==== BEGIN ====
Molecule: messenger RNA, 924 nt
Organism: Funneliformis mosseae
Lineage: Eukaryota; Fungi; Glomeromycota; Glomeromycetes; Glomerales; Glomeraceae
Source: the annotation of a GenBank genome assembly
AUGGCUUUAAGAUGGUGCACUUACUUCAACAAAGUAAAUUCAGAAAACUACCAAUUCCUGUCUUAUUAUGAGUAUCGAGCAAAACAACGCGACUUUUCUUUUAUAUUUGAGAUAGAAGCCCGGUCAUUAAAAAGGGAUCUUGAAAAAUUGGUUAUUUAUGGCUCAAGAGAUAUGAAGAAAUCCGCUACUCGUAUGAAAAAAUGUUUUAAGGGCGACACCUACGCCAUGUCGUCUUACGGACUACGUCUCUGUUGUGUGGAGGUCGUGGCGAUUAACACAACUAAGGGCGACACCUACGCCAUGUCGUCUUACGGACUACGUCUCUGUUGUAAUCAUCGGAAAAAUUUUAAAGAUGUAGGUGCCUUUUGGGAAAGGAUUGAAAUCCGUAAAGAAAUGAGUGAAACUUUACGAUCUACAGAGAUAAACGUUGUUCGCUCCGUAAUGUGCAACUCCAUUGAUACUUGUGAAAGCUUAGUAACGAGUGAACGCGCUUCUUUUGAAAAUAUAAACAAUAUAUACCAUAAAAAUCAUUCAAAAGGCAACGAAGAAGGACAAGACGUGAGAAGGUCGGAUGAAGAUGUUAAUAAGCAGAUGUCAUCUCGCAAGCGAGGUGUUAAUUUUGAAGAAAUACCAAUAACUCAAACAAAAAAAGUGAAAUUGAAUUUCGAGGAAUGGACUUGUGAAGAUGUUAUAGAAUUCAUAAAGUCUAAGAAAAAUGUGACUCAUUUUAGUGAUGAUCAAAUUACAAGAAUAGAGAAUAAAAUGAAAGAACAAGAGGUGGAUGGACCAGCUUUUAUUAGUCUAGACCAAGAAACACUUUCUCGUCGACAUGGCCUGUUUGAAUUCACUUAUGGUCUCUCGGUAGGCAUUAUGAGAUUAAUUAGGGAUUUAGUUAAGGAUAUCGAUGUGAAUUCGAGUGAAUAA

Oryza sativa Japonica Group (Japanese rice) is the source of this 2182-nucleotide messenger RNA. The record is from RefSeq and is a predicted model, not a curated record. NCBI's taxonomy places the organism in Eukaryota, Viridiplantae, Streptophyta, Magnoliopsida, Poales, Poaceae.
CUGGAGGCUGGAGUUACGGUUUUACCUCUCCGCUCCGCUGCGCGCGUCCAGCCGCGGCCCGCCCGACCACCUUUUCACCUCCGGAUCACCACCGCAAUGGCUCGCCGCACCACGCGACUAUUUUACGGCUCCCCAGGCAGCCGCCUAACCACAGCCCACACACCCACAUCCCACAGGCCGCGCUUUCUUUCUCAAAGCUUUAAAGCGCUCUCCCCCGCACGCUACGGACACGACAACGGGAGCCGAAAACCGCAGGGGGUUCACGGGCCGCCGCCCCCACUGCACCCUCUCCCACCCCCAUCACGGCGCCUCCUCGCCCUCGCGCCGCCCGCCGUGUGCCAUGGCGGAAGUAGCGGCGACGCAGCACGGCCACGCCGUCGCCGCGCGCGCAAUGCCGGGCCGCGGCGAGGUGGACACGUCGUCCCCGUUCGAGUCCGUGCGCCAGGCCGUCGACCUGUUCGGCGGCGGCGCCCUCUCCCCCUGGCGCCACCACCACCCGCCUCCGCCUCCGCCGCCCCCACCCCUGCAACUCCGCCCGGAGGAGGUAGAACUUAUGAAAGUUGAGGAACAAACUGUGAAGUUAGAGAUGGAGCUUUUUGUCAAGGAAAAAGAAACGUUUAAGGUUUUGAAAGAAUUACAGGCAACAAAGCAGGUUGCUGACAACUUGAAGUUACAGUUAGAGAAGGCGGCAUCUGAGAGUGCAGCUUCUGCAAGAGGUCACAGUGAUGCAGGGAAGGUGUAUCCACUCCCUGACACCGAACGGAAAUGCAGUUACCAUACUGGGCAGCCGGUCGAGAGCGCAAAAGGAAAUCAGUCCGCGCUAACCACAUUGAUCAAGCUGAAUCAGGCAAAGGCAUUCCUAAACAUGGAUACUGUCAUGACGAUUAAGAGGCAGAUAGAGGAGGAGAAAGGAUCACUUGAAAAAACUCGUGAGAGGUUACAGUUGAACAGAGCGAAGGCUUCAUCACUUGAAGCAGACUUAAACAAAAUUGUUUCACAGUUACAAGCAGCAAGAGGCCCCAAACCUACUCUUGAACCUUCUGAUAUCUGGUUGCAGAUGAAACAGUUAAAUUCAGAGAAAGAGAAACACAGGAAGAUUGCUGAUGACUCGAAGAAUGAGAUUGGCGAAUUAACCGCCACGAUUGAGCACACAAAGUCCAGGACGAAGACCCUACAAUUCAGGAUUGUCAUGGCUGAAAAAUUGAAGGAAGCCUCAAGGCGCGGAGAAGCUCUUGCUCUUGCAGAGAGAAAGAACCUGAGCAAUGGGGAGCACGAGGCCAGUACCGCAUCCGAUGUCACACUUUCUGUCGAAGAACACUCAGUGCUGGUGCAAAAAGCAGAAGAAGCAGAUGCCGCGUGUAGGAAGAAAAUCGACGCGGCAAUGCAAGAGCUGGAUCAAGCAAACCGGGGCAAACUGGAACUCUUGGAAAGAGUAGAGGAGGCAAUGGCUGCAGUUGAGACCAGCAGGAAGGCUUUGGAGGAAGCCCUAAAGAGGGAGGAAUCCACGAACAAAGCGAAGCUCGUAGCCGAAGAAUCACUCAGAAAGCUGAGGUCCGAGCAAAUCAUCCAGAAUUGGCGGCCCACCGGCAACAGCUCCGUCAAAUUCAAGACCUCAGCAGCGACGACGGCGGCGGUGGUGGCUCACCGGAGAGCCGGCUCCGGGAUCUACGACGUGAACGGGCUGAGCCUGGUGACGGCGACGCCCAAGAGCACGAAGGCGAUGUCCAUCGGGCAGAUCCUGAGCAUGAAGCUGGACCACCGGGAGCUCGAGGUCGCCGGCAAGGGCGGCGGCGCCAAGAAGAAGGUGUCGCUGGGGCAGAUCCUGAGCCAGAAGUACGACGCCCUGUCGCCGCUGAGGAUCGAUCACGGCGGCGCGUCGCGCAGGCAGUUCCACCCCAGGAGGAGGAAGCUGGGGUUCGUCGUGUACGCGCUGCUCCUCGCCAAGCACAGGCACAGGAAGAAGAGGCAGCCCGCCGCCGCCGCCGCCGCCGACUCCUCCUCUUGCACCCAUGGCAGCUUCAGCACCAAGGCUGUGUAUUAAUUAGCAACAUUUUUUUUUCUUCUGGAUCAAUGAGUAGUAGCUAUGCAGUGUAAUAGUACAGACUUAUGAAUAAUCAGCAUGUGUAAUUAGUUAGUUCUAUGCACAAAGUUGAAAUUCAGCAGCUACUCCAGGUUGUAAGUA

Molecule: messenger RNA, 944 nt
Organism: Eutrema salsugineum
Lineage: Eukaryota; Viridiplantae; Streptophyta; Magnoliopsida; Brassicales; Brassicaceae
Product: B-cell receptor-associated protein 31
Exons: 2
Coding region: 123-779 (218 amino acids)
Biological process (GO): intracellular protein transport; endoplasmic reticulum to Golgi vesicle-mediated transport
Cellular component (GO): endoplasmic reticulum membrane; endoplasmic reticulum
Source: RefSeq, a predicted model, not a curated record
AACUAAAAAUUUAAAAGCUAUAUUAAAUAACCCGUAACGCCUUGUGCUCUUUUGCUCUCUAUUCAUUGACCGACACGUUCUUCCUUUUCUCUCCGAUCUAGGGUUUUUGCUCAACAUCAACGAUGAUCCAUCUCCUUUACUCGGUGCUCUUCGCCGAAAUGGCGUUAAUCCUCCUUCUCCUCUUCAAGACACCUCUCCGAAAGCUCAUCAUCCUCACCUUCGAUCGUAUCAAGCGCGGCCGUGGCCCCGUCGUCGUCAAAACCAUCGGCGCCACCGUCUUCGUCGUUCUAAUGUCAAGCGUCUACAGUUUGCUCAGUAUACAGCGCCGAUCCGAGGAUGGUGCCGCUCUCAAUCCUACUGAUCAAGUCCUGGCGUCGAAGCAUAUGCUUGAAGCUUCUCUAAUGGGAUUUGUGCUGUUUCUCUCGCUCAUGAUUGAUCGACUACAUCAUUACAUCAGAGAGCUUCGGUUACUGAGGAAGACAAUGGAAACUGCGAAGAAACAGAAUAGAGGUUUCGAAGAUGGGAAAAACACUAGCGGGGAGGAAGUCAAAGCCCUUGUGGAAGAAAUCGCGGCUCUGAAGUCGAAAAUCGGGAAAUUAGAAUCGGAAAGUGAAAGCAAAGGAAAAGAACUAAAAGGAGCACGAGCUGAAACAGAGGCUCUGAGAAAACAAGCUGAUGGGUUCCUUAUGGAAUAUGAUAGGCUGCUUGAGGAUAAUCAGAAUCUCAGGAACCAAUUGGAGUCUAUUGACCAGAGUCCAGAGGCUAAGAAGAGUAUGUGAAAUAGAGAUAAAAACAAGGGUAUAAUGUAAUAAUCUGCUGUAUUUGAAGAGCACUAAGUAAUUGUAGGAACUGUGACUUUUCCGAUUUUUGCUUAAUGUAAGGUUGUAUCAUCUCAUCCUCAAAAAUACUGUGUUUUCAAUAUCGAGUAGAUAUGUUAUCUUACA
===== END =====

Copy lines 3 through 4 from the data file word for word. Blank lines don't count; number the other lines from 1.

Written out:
Lineage: Eukaryota; Fungi; Glomeromycota; Glomeromycetes; Glomerales; Glomeraceae
Source: the annotation of a GenBank genome assembly